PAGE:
During the hormone replacement heyday, millions of women were encouraged to take estrogen and progesterone to prevent everything from hot flashes and heart disease to dementia and cancer. There were even claims that HRT could prevent wrinkles and improve libido.
The trouble is that most of the claims were based on poor science. So-called observational studies don’t really tell researchers whether a drug is responsible for a beneficial outcome or whether it is purely coincidence.
In the case of HRT, many of the claims mentioned above turned out to be bogus. In fact, a new report from a double-blind trial (JAMA June 30, 2004) suggests that HRT may actually increase the risk of cognitive decline and dementia.
One reason doctors may have reached false conclusions was that women who took hormone replacement therapy were healthier overall. It is theorized that they were better off financially, visited their doctors more regularly, ate healthier food and exercised more frequently. Their use of hormones may have been merely coincidental.
The lesson from the Women’s Health Initiative goes beyond estrogen and progestin (Prempro). This large, long-term, carefully controlled study demonstrates that randomized, placebo-controlled trials give information that is unavailable from other studies.
But the media and drug companies are quick to promote miracle cures. Just as HRT was touted for so many different problems a few years ago, so too cholesterol-lowering drugs are being hyped today.
Statin-type medications are great at reducing bad LDL cholesterol and lowering the risk of heart disease. But now we are reading stories about statin-type medications being good against arthritis, depression, dementia, multiple sclerosis, glaucoma, prostate and colon cancer, infection and osteoporosis.
It is entirely possible that drugs such as Lipitor, Zocor, Pravachol and Crestor will be prove to be effective in preventing certain kinds of cancers or even reducing the risk of glaucoma or multiple sclerosis. But long-term, placebo-controlled studies have not been carried out for such uses.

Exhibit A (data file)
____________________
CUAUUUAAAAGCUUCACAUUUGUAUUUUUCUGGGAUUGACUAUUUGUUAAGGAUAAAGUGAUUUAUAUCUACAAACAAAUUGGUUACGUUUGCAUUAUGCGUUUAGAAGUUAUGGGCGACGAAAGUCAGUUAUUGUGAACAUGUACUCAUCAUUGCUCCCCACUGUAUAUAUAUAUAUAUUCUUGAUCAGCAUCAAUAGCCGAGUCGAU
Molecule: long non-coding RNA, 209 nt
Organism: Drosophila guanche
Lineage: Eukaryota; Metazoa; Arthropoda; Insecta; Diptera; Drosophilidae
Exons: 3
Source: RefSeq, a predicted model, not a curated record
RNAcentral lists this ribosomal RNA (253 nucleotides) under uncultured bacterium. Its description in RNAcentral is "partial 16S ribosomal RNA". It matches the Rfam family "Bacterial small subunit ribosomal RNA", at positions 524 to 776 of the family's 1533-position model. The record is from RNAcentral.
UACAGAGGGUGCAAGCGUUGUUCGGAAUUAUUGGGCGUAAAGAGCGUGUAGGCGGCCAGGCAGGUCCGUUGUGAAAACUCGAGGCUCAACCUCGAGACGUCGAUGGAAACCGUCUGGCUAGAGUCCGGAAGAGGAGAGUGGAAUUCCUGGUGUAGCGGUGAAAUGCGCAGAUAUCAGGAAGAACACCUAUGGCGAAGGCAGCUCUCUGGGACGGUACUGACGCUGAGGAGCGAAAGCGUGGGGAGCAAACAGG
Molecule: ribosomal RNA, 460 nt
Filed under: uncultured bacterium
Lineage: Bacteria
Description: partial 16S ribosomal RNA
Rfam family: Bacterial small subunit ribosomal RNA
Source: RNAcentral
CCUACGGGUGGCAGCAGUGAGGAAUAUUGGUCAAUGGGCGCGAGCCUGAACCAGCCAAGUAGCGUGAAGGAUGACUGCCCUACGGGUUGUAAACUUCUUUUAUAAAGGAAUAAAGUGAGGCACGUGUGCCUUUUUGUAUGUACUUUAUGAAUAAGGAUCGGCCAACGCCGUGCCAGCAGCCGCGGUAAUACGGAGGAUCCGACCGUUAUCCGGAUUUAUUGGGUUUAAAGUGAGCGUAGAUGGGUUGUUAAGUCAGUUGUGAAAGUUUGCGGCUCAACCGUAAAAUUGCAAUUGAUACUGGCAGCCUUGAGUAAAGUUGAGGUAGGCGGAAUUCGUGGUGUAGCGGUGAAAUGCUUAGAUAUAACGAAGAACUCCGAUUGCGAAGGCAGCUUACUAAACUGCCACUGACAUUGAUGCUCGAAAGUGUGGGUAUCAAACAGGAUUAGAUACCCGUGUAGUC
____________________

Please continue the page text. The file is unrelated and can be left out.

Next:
Some doctors are so enthusiastic about statins that they have recommended the drugs be put in the water supply. Others have suggested that salt-shakers in steak houses be replaced with “statin-shakers.” The meat eater would just sprinkle a statin drug on top of his steak and he would be good to go.
As well as these medications may work against heart disease, however, certain people cannot tolerate them. They can cause debilitating muscle pain and weakness.
Some patients complain that they have trouble exercising as they once did or even getting out of a chair. Back, neck, shoulder or leg pain can be unbearable. A few people actually wind up bedridden or in wheelchairs before the weakness is traced to cholesterol medication. Other side effects, though rare, may include nerve damage or sexual dysfunction.
Statins save lives. Most people do well on them. But like HRT, statins are being pushed beyond the scientific evidence. Until there is good research to support other uses, doctors will need to stick to the evidence and prescribe these drugs only for the uses that have been proven.